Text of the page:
In close collaboration with the research projects of WP1, WP2 and WP3 a guideline for combined radiation and reliability qualification of distributed systems based on commercial electronics will be established. Contrasting the results of WP2 and WP3 will allow establishing links and procedures between radiation tests performed at component and system level, thus reducing the significant cost involved in testing individual components. A complementary work is addressed in this project to extend, at system level, preliminary research performed at device level on the use of 14 MeV neutron and high energy proton beams to evaluate electronic sensitivity to atmospheric neutrons. This will allow evaluating a respective system and device qualification approach aiming to determine the corresponding application reliability in the four application sectors. As a result of this project, test guidelines and tools will be able to meet the challenges related to the increased complexity and reliability requirements of modern electronic systems.
Reliability and radiation damage to electronics is becoming more and more important in all four sectors of the RADSAGA network. There are many challenges, such as the high radiation levels to which materials and electronic systems are exposed as encountered in Space, advanced terrestrial nuclear reactors and at Accelerators, for the latter also including complex systems partly based on commercial systems combined with prototype developments. A careful analysis is thus required of possible failure scenarios preventing unnecessary failures and impacting reliability and performance, or even leading to possible damage of installations and facilities. At the same time, for systems exposed to relatively low radiation levels (ground and avionic applications), it's the high number of components being the driving factor for radiation damage issues. While all safety aspects have to be fully mitigated by design, respective radiation constraints have to be carefully considered during the development phase. They also have an overall impact on maintenance and fault detection, thus eventually leading to particular qualification requirements which are addressed in this thesis project.
Well defined approaches to radiation hardness assurance of electronic systems are used for space applications. However, their direct application to industries such as aeronautics, ground applications as well as accelerators is not straightforward. While some environments are driven by high radiation levels for which both Single Event Effects (SEEs) and Total Ionizing Dose (TID) are of concern, others are affected by comparable low radiation levels, however impacting a very large number of systems with often very high reliability and cost-effectiveness constraints. Thus, a rigorous design methodology is required to ensure that the radiation environment will compromise neither functionality nor performance of such systems.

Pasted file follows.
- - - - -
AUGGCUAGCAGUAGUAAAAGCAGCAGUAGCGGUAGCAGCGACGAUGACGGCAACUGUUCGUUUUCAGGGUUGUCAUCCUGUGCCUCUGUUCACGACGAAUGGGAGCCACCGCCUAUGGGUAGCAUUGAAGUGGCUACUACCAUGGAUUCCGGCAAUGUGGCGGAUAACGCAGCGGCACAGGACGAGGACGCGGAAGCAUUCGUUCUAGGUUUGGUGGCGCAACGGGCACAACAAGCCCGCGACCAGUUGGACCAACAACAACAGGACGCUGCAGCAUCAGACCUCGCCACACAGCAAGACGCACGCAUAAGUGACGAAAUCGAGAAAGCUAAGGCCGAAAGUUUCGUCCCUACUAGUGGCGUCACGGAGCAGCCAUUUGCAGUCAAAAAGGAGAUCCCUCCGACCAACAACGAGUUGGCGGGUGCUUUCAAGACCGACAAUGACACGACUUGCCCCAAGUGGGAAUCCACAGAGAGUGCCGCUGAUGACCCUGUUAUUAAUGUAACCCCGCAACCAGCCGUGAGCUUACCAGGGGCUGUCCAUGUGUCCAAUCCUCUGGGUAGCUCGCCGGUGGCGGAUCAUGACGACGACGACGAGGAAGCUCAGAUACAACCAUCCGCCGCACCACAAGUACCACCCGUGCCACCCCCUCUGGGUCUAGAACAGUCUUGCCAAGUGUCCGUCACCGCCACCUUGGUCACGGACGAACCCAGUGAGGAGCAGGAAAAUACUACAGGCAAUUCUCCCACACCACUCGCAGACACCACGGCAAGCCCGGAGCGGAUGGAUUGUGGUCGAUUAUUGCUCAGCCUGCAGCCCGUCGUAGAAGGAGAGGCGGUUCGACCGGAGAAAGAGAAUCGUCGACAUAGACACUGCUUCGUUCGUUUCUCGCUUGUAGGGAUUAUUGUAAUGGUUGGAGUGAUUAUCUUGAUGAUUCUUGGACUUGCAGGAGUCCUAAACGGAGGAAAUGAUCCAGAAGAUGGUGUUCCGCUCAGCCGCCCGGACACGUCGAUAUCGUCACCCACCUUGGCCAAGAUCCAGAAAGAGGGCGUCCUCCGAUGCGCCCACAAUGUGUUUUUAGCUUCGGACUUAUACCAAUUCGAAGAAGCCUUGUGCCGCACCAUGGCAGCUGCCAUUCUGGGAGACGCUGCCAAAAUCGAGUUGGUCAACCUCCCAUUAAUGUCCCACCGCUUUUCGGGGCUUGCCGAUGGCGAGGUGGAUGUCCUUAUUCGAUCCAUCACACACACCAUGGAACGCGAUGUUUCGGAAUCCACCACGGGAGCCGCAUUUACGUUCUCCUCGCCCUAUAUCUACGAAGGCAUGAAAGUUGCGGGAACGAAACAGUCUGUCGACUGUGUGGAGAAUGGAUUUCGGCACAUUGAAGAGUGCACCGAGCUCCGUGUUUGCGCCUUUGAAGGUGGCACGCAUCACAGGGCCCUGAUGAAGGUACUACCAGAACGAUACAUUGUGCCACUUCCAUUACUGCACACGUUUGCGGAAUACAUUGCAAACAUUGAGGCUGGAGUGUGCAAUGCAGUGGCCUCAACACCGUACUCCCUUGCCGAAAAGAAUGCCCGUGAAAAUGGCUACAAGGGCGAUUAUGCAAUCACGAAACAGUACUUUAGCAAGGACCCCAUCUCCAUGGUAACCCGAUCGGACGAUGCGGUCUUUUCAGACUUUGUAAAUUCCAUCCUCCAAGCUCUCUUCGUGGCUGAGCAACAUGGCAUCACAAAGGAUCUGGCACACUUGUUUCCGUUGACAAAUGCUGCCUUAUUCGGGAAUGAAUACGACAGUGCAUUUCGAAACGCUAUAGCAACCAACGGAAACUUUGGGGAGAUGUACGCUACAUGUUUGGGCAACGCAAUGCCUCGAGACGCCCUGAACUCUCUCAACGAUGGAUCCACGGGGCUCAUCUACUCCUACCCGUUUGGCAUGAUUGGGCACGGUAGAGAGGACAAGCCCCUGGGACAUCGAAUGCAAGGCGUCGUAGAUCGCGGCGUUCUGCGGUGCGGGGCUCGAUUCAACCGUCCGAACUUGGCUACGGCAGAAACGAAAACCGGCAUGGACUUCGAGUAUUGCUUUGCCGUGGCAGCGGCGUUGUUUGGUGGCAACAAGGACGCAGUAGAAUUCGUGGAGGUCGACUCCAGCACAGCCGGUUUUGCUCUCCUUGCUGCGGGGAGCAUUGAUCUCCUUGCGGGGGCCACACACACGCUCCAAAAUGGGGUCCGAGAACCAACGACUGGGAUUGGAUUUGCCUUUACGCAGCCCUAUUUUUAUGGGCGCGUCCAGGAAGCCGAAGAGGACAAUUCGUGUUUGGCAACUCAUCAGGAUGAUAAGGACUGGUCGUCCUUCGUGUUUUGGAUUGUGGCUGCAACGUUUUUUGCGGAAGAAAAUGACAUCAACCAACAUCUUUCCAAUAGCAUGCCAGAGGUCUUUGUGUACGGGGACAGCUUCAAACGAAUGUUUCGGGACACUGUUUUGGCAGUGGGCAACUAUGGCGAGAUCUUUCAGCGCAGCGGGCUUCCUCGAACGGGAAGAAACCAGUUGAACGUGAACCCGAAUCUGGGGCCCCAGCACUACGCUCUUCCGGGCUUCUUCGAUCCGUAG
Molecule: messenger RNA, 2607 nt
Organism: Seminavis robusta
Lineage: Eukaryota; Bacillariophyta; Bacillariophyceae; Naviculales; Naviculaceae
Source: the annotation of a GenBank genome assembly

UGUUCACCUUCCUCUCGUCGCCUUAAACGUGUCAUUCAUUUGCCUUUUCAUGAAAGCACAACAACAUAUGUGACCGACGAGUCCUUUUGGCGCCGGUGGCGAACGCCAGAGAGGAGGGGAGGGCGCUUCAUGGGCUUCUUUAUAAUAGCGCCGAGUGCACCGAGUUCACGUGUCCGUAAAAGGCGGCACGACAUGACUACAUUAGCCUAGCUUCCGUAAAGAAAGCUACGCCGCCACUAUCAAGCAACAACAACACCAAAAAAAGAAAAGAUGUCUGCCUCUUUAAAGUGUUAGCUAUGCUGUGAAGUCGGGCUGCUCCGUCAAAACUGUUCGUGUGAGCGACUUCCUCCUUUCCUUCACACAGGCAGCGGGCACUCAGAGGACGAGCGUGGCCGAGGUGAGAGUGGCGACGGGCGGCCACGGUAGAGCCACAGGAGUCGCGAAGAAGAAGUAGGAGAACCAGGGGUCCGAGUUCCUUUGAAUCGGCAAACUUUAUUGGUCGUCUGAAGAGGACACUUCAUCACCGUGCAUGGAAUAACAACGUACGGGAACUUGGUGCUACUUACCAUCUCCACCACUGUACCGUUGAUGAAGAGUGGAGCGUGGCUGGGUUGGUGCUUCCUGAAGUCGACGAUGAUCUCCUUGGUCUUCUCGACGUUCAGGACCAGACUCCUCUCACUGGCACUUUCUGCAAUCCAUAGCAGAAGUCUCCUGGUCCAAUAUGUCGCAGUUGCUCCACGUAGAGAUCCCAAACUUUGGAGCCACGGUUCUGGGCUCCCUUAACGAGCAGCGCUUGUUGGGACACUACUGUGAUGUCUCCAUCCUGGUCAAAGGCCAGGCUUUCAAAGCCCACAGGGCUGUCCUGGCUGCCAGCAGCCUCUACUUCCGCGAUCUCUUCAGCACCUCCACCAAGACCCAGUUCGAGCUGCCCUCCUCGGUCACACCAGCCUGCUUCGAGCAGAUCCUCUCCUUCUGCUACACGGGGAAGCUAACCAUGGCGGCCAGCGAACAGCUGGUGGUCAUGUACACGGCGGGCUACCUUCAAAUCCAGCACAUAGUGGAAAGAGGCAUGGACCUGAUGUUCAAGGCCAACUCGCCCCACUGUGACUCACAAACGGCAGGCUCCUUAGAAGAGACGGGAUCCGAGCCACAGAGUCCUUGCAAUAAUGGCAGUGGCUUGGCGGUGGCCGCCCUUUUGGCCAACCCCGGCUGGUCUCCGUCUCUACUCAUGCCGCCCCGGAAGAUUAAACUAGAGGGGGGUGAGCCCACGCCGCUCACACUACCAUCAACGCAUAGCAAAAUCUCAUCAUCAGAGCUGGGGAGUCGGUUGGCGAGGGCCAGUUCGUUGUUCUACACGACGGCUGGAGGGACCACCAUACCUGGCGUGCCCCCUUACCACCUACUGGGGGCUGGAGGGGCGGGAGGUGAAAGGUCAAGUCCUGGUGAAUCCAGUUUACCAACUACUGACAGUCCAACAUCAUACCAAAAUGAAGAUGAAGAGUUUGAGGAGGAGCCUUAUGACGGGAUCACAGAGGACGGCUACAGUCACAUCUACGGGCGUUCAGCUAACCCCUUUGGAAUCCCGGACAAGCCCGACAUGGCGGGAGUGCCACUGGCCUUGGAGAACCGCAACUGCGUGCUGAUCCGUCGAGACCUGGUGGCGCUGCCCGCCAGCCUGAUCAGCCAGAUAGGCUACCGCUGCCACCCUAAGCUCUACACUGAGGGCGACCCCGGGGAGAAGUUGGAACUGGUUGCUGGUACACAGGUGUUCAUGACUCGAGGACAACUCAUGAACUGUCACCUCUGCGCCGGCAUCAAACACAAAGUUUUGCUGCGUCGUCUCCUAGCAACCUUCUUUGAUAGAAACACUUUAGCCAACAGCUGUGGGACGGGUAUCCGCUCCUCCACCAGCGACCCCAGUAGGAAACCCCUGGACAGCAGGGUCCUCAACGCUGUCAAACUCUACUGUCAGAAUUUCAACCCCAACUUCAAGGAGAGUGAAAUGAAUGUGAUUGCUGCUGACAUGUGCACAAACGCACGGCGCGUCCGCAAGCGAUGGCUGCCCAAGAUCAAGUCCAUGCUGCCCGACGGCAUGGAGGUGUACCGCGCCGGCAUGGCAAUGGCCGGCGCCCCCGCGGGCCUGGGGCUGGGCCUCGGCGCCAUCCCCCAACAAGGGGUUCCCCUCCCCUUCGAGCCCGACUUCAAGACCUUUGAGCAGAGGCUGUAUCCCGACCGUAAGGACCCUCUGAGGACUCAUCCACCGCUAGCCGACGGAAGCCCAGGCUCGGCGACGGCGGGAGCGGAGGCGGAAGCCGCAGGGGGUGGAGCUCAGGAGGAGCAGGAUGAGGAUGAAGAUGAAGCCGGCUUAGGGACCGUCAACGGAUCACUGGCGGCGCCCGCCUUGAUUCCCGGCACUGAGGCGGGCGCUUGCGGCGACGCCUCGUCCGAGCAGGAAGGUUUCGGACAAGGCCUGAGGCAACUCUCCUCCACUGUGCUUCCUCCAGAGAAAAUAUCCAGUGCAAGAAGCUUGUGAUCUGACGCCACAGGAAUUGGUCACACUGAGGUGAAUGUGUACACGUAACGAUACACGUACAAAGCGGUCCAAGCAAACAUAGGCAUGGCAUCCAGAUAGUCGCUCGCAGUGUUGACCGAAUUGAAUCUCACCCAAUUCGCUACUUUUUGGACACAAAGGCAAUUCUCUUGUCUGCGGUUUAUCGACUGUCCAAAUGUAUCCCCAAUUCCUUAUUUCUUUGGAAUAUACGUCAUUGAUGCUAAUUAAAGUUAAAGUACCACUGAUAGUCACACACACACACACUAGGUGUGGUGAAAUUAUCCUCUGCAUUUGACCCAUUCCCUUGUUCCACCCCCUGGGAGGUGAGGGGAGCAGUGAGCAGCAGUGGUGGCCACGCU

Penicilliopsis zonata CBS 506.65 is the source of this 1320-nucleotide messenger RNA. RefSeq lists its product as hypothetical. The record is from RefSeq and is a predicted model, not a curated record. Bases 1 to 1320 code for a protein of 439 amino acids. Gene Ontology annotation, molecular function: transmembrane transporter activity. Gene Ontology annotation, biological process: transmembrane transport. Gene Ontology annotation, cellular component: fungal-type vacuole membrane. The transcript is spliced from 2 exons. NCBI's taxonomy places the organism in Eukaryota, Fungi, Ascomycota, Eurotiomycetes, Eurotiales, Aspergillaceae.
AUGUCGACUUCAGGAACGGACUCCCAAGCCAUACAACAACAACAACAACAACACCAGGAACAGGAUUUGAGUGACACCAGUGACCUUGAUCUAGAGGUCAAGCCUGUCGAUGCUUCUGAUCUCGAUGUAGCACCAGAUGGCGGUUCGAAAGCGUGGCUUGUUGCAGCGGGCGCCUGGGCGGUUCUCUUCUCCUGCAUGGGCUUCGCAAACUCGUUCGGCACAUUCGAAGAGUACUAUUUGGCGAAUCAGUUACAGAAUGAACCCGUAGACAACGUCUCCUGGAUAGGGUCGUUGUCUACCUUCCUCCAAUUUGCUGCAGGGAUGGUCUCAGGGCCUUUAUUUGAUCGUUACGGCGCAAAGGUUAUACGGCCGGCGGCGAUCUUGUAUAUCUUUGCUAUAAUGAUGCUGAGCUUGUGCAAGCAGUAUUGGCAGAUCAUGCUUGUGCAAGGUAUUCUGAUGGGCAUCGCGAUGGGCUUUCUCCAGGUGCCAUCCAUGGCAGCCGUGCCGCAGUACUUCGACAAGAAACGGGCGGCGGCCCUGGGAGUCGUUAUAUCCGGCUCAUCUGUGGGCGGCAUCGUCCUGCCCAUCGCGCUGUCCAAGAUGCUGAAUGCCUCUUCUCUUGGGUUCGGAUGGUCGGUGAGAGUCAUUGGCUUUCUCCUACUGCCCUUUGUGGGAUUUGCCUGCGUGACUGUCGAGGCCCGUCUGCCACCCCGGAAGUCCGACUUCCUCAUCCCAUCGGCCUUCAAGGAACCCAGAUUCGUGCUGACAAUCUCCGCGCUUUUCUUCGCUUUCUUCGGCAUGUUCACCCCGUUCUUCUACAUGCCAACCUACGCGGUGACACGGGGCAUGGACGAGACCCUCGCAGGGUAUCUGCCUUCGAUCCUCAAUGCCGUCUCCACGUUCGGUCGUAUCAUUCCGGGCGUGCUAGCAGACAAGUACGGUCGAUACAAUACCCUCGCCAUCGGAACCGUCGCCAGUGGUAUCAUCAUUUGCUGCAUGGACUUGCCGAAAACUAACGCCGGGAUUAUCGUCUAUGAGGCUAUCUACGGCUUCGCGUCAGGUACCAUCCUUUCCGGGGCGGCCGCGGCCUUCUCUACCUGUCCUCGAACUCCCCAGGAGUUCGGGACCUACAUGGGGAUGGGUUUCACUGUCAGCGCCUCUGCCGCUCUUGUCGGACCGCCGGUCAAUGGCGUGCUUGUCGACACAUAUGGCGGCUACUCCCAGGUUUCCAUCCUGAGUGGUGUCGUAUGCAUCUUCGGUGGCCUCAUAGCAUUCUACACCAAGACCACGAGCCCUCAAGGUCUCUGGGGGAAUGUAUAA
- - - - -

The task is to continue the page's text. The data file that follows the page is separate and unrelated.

This thesis project is strongly linked to all other work packages and projects of the RADSAGA network and will streamline the various results in a handbook which focuses on the methodologies of how to test complex systems with particular emphasis on the following questions: (i) what is the accuracy/relevancy of system tests when compared to risk assessment methodologies based on single device testing?; (ii) to what extent can mixed-beam facilities be used for system qualifications?; (iii) investigate on a complementary test methodology based 14 MeV neutron sources of particular interest for industry in order to investigate if one could use (and to what extend) 14MeV neutrons to scan components for SEEs; and (iv) a requirement, availability and accuracy analysis of prediction tools that can be used as gateways between different radiation environments.
For (iii) the student will develop and investigate on a complementary test methodology for "Single-Event Effects" (SEEs) at system level which is based on 14 MeV neutron sources. This is of particular interest for the ground and aviation industry as it would allow for faster and partly less expensive qualification means of electronic components. At the same time, it is known that certain radiation effects bear a significant energy dependency, thus the student will perform a detailed study of various effects across a number of electronic components and the impact of 14MeV neutrons on the system level, this way quantify related safety margins and also showing possible application limitations.
To achieve the results, the student will work in close collaboration with all students of the network as well as the work package leaders of WP1-3. He will be using the 14 MeV neutron source at NPI in order to investigate radiation effects on components tested in other work-packages with particular focus on SRAMs as they can be directly linked to Monte-Carlo based device studies.
Deliverable & Milestones Lists:
- 14MeV test methodology analysis.
- handbook of test methodologies for advanced systems.
- facility overview & guideline.
- summary of available test setups and tools.
Dr. Ari Virtanen (Univeristy of Jyväskylä), Dr. Rubén García (CERN)
Prof. F. Saigné (University of Montpellier)
[total: 7 months]: CNES (Dr R. Ecoffet) and YOG (Dr R. Mariani): [3m] Radiation test standards; JYU (Dr A. Virtanen): [1m] Facility summaries; SCK•CEN (Dr W. de Cock): [1m] Reactor neutron test campaigns; UM (Dr F. Saigne): [2m] Radiation effects and methodologies as well as prediction tools.